Image: “This picture was taken by Emilie Garberg, director of The Finnish Institute in London, during our last board meeting in Helsinki. Collaborating with various stakeholders gives me great joy, as it widens the horizon.”
This series introduces the members of University of Vaasa’s InnoLab research platform. Today we’re meeting Mari K. Niemi.
What are you?
In my dreams I’m a trampoline, helping our researchers to reach new heights. That’s of course a fantasy. They are very capable, so mostly I just try and ensure they have everything they need.
From the scholarly point of view, I’m a PhD and a docent in contemporary history, specializing in political communication. In addition, I have a degree in creative field (fashion) and have worked in business as a product manager.
Your title at InnoLab is director, but what exactly do you do?
Leadership is about providing service and setting common goals, so I communicate, connect, ideate and encourage. Securing resources is pivotal. Networking is an important part of my job – some weeks I spend more time with our stakeholders creating new projects than in our own office. But, in order to be effective, I must have a solid understanding on our researchers’ expertise. That’s one of the reasons I sit together with the team. It’s also way more fun that way.
Sounds like a lot of work. Why bother?
True, sitting down is indeed hard work to a human body. I do recommend taking breaks.
I guess I am a typical researcher in a sense that I have a high work drive and a curious mind. I enjoy learning, finding solutions and working with others. InnoLab brings together expertise from academia, business and industry, public and third sector, so the atmosphere is very vibrant.
Our work has a clearly identified meaning in terms of advancing science and benefiting society. Projects I am currently involved in scrutinize climate change attitudes, create solutions for tackling talent shortage, develop green care, explore futures of journalism disrupted by new technologies, and produce new business opportunities from space-based data. I do not need to seek for motivation for getting up in the morning.
Imagine your phone rings. It’s the call you’ve been hoping for – what is it about?
Oh, it would be a journalist asking for contact details of one of our international academics! From our earlier work (Niemi & Pitkänen 2017) we know that female scholars are underrepresented as experts in the media compared to men also here in Finland. However, gaining access is even more difficult for those scholars that are not native Finns (Perälä & Niemi 2018). This is a loss to both the academics and the society.
While waiting for the phone to ring, we have established alternative ways to get close to stakeholders, such as the Wasa Future Festival (in collaboration with the Wasa Innovation Center) and Exhibition on Energy during the Vaasa Energy Week.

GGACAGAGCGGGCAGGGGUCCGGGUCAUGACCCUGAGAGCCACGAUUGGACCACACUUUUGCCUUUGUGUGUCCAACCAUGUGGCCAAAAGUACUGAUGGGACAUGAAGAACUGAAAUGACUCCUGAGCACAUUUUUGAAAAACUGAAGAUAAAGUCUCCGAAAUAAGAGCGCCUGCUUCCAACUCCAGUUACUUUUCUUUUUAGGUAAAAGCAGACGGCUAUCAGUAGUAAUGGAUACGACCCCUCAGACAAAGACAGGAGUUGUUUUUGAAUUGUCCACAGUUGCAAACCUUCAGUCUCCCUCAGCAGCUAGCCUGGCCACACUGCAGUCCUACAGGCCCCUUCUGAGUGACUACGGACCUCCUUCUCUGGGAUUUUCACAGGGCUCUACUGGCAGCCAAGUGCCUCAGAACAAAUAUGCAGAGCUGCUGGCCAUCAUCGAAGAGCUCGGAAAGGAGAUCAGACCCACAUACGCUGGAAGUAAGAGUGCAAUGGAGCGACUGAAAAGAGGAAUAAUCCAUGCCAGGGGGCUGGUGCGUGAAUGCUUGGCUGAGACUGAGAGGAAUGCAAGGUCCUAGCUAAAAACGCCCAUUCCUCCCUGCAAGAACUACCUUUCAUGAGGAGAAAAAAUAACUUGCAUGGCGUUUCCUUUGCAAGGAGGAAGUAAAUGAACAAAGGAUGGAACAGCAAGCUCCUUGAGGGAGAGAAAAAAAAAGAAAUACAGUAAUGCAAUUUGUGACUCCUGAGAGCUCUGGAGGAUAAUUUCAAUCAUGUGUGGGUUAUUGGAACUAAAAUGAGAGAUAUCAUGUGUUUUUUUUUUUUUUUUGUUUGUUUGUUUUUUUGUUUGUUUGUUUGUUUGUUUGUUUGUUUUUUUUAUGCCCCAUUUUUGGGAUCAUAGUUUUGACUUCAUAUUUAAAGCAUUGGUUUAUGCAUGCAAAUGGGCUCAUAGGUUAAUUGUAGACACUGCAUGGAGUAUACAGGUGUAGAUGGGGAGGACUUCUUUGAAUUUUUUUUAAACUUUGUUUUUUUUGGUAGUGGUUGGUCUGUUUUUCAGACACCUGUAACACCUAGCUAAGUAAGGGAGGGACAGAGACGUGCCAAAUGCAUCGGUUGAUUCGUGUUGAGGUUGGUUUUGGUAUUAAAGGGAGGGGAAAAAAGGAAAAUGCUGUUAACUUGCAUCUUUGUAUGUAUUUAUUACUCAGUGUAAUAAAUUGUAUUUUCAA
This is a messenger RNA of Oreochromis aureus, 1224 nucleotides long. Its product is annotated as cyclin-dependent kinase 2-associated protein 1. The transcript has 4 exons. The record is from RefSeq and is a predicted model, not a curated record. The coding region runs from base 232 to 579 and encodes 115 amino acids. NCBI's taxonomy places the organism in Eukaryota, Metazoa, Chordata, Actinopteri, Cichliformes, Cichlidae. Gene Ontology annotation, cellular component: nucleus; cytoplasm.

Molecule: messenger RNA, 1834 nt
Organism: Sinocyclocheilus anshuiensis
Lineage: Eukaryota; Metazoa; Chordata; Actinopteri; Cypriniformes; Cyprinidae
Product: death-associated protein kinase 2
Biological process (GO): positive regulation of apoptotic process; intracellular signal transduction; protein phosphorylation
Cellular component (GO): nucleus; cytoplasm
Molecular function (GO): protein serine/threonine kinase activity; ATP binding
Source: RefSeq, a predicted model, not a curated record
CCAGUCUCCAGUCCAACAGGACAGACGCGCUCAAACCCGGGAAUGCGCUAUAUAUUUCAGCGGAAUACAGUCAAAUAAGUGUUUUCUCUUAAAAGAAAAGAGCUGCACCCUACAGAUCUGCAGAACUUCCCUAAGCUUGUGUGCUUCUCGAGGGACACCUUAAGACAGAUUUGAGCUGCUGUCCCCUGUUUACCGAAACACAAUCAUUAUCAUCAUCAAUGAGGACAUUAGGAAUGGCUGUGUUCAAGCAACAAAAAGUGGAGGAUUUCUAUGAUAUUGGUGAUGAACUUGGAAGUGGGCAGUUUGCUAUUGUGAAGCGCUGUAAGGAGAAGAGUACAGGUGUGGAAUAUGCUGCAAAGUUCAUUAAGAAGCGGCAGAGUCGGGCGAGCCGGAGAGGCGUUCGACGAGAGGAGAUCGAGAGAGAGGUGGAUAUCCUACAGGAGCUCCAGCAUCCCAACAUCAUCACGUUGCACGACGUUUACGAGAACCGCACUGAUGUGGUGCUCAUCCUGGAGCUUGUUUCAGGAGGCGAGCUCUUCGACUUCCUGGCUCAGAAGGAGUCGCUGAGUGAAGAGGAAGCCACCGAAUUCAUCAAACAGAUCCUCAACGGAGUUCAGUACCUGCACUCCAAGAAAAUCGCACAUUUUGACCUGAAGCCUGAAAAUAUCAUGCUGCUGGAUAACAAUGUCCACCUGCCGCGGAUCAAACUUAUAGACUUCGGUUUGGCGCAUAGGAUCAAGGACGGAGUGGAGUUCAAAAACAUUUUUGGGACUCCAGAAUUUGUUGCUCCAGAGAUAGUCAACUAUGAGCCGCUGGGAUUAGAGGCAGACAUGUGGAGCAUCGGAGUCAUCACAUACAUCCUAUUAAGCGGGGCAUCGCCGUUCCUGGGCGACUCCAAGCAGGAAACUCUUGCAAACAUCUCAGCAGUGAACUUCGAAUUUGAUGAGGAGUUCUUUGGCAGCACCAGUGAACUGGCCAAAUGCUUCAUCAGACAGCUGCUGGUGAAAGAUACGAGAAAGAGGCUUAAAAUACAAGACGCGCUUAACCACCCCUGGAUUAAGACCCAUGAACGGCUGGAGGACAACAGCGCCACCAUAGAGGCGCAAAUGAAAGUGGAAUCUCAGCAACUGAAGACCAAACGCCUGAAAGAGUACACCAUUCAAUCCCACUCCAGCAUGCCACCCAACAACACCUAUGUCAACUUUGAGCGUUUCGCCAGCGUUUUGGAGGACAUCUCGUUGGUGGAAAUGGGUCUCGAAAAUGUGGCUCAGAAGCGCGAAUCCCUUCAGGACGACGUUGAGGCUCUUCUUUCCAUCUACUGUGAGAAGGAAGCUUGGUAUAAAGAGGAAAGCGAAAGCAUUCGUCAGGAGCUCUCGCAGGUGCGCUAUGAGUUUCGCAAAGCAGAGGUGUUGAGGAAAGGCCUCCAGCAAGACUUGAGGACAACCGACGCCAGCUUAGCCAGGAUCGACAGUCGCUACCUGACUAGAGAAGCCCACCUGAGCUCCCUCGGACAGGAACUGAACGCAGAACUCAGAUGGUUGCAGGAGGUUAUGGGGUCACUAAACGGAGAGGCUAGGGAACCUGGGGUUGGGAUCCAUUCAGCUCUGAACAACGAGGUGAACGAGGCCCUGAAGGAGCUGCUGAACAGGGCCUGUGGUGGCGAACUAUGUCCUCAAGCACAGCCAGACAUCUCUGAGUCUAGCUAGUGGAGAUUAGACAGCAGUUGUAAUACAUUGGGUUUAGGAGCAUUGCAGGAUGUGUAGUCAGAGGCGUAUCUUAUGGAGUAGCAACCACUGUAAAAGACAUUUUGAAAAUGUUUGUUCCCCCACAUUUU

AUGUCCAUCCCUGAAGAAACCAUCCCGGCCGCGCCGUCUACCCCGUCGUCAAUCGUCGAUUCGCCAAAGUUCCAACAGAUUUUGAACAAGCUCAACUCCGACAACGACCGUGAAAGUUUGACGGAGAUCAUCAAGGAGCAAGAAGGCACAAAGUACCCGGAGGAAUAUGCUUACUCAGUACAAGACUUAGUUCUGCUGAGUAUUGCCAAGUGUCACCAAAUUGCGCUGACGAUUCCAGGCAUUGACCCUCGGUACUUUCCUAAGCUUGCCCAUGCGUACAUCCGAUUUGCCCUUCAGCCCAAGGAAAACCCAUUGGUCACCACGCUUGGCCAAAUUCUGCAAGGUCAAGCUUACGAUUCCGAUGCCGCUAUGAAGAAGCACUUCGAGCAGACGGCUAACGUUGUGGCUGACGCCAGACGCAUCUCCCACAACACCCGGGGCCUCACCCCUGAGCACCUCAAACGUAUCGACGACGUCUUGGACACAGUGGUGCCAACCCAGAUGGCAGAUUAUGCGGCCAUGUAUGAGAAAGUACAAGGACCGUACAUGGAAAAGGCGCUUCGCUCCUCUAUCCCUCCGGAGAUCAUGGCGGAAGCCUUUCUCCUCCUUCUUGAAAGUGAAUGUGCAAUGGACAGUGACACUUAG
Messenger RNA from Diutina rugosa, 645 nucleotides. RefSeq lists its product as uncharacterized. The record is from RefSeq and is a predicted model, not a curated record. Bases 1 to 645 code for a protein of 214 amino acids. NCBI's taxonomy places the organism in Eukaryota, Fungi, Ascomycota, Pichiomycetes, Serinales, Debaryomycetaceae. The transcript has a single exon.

Here’s to hoping! Since that wasn’t the case, what for did the media last contact you?
We released the first results of our Making sense of climate change‑project a few weeks ago. In relation to that, I gave interviews on what are the drivers for the leadership of Finland’s largest companies to take climate action, and how we could increase their commitment even more. The project’s funders include three government ministries, among others, so there is direct demand for the information we provide.
Good job. Too bad you can’t be the resident expert on every topic. What would you like to learn more about?
While working in InnoLab I have gained deeper understanding of disruptive technologies and their effects on the future of work in the public sector, business models and the way we might communicate, innovate and collaborate in the future. While digging deeper in these topics, I wish to create novel ways to improve interdisciplinary academic work and stakeholder collaboration.
Okay. Now recommend me something – anything!
Call me old-fashioned, but I still order and read some magazines. The New Yorker is my favorite. Their selection of finely written stories continues to astonish me, and their cover art is remarkable. That paper is an adventure you can take while being at home. I guess it all boils down to feeling connected with the wider world. This has become even more important to me after moving back to Finland after my years in Glasgow and Valencia (2013-2017).
Any last advice for being both an effective researcher and a happy office worker?
Do communicate. Communicating one’s work to wider communities, also outside of academia, is highly beneficial. It brings you friends, resources and power. I’m serious, do it!
When it comes to working in the office, you can gain friends through open and friendly communication. Add some humor, and I’m smitten!
From the perspective of Mari’s colleagues: If Mari was a city, which city would she be?
“I think she would be Istanbul. Istanbul is very diverse, multicultural and lively. Mari is also very diverse, multi-talented and always ready for adventures.”
“Mari would be New York – international, the buzz is always ongoing and the fame is real ;)”
“If Mari was a city, she would be Helsinki, which is the capital and finest town in Finland. It
reflects her stylish clothes, sense for fashion, and confidence.”